Happy firthday to the mixed-up guy who invented Spoonerisms!


tim120Another birthday tribute from Los Angeles poet, scholar, and friend Timothy Steele. Collect the whole set here and here and here and here, among other places. Meanwhile, today’s birthday boy:

Born on this day in 1844, William Spooner was for many years Dean and Warden of New College, Oxford. He became so famous for transposing the initial sounds of words that we now refer to such slips of the tongue as “Spoonerisms.” Errors attributed to him include an offer of assistance to a foot-weary acquaintance (“May I sew you to a sheet?”); a reproach of a lackadaisical student (“You have tasted a whole worm!”); a description of his favorite means of transportation (“a well-boiled icicle”); directions from Oxford to London (“Leave by the town drain”); and reassuring words about Providence (“Our Lord is a shoving leopard”).

spoonerThough some gems associated with Spooner are doubtless apocryphal, he does seem to have been almost congenitally disposed to mixing things up. He once spilled salt on a tablecloth and immediately poured claret over it. Giving guests a tour of his college, he warned them that a staircase they were about to descend was badly lit, then switched off the weak lighting, and led them down into total darkness. Also, he suffered from albinism, so his eyesight was poor. Reading lectures was a challenge, and he naturally mangled the text from time to time. It was reportedly during a formal address to farmers that he called them “noble tons of soil,” and it was during a speech before Queen Victoria that he said, “Which of us has not felt in his heart a half-warmed fish.”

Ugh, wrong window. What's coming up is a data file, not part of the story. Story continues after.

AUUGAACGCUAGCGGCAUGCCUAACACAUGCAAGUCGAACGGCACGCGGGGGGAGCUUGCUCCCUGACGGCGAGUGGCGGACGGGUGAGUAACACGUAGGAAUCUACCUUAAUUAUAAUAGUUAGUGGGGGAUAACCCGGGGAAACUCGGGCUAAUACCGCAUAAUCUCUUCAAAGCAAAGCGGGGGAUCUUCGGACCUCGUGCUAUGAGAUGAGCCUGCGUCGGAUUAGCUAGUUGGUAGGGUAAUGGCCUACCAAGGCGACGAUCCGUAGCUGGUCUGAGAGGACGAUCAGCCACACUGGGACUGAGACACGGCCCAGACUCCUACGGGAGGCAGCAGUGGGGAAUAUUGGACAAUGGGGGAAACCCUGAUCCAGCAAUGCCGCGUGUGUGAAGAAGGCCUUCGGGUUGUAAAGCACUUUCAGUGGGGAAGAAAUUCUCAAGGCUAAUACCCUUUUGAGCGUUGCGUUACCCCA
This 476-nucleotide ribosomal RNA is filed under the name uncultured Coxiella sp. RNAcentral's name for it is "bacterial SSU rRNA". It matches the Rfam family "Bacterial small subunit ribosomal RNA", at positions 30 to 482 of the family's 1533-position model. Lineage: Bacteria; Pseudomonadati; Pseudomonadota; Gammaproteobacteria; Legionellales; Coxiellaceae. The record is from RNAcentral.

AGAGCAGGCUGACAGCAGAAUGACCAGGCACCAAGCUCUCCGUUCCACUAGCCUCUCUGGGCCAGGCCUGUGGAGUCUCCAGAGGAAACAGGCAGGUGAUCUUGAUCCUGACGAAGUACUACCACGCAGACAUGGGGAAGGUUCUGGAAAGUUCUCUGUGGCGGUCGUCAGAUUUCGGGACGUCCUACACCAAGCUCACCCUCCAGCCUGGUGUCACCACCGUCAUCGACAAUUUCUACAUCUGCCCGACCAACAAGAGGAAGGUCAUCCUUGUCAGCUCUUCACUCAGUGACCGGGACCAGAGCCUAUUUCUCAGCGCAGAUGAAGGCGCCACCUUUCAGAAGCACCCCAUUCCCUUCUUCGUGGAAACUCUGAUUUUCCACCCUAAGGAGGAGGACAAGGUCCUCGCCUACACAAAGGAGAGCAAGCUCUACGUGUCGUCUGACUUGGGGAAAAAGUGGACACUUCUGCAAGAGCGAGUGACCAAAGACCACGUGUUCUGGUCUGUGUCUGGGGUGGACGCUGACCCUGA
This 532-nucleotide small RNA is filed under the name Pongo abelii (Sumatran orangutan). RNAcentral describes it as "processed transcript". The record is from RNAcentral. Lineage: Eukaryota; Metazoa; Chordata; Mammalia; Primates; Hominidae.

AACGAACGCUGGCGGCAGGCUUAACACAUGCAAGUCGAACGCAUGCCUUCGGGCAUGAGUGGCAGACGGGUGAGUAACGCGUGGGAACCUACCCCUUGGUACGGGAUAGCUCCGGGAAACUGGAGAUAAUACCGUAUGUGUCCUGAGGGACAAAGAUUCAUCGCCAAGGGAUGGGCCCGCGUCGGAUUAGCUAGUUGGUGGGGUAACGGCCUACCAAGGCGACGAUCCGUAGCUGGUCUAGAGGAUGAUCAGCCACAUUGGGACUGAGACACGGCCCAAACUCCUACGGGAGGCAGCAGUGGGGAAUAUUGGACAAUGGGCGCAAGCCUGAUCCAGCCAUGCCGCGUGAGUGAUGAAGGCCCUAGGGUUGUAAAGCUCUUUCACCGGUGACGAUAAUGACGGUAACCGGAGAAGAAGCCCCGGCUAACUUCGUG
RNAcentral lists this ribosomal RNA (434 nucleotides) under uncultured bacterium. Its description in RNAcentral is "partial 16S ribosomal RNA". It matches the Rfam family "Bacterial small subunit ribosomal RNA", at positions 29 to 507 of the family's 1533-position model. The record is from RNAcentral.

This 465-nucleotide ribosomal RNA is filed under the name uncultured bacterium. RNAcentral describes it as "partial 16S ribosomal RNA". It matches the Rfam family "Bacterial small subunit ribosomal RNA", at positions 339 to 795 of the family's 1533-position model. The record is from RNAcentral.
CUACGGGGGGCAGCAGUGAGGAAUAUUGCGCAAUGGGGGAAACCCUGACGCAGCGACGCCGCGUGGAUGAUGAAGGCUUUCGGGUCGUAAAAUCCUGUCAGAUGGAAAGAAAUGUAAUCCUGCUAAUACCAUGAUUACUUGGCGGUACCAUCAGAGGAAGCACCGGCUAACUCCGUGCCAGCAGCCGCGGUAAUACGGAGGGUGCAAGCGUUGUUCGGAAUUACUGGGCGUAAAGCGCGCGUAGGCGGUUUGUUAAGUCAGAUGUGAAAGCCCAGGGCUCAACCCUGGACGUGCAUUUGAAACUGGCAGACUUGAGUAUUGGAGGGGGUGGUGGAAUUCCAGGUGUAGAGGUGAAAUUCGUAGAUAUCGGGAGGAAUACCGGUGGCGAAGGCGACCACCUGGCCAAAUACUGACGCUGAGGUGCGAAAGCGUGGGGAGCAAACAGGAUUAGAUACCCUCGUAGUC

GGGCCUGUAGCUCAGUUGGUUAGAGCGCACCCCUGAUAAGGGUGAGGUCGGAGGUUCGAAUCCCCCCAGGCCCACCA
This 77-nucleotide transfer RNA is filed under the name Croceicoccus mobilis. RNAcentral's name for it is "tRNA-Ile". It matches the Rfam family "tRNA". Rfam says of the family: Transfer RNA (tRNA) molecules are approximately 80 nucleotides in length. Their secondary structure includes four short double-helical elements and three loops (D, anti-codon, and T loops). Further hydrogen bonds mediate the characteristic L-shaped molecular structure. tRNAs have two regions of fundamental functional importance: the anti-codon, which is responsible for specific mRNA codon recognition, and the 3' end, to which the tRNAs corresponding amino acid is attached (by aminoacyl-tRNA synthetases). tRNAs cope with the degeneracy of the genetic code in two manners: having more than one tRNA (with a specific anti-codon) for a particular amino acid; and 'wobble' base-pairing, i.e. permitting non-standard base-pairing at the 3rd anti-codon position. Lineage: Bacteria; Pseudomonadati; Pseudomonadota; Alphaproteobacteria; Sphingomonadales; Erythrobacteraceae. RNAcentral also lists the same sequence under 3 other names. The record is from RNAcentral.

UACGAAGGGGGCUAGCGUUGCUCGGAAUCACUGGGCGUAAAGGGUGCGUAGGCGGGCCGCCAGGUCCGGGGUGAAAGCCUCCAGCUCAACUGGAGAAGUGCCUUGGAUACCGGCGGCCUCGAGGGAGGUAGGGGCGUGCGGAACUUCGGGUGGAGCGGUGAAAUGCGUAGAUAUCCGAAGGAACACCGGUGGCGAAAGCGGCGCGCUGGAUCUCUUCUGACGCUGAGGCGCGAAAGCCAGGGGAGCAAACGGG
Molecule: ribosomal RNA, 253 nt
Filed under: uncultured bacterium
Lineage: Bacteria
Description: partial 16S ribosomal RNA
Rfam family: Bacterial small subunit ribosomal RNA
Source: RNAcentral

When he died in 1930, Spooner was remembered not only for his eccentricities but also for his long and fruitful marriage (depending which account you read, he and his wife produced five or seven children), for his able administration of New College, and for his devotion to his students. Among the latter, Leonard Woolley (“Woolly of Ur”) recalled how, when he was young and clueless, Spooner convinced him to become an archeologist. Spooner had long been aware of his reputation, and his friends sometimes detected a subversive wit in his odd expressions, as in his remark to a colleague: “Your book fills a much needed gap.”

So hail, Dr. Spooner! It’s your Firthday on Basebook! (At right, is Leslie Ward’s 1898 caricature of Spooner for Vanity Fair.)

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